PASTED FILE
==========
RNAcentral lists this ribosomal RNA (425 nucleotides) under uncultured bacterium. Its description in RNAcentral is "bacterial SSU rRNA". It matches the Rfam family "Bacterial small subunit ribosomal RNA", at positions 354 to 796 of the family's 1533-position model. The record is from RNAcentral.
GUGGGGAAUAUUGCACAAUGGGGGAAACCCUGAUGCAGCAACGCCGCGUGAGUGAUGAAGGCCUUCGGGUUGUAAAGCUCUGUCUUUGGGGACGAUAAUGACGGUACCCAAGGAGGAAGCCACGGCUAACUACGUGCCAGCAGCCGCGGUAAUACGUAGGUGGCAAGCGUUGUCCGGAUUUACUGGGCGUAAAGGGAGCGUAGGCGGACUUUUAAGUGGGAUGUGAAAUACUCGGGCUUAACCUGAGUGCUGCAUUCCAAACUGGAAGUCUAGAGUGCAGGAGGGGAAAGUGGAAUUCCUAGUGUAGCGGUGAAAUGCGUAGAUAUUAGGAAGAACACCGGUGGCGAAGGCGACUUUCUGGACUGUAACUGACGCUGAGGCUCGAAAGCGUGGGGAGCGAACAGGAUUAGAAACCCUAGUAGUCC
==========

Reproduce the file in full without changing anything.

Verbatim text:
RNAcentral lists this ribosomal RNA (425 nucleotides) under uncultured bacterium. Its description in RNAcentral is "bacterial SSU rRNA". It matches the Rfam family "Bacterial small subunit ribosomal RNA", at positions 354 to 796 of the family's 1533-position model. The record is from RNAcentral.
GUGGGGAAUAUUGCACAAUGGGGGAAACCCUGAUGCAGCAACGCCGCGUGAGUGAUGAAGGCCUUCGGGUUGUAAAGCUCUGUCUUUGGGGACGAUAAUGACGGUACCCAAGGAGGAAGCCACGGCUAACUACGUGCCAGCAGCCGCGGUAAUACGUAGGUGGCAAGCGUUGUCCGGAUUUACUGGGCGUAAAGGGAGCGUAGGCGGACUUUUAAGUGGGAUGUGAAAUACUCGGGCUUAACCUGAGUGCUGCAUUCCAAACUGGAAGUCUAGAGUGCAGGAGGGGAAAGUGGAAUUCCUAGUGUAGCGGUGAAAUGCGUAGAUAUUAGGAAGAACACCGGUGGCGAAGGCGACUUUCUGGACUGUAACUGACGCUGAGGCUCGAAAGCGUGGGGAGCGAACAGGAUUAGAAACCCUAGUAGUCC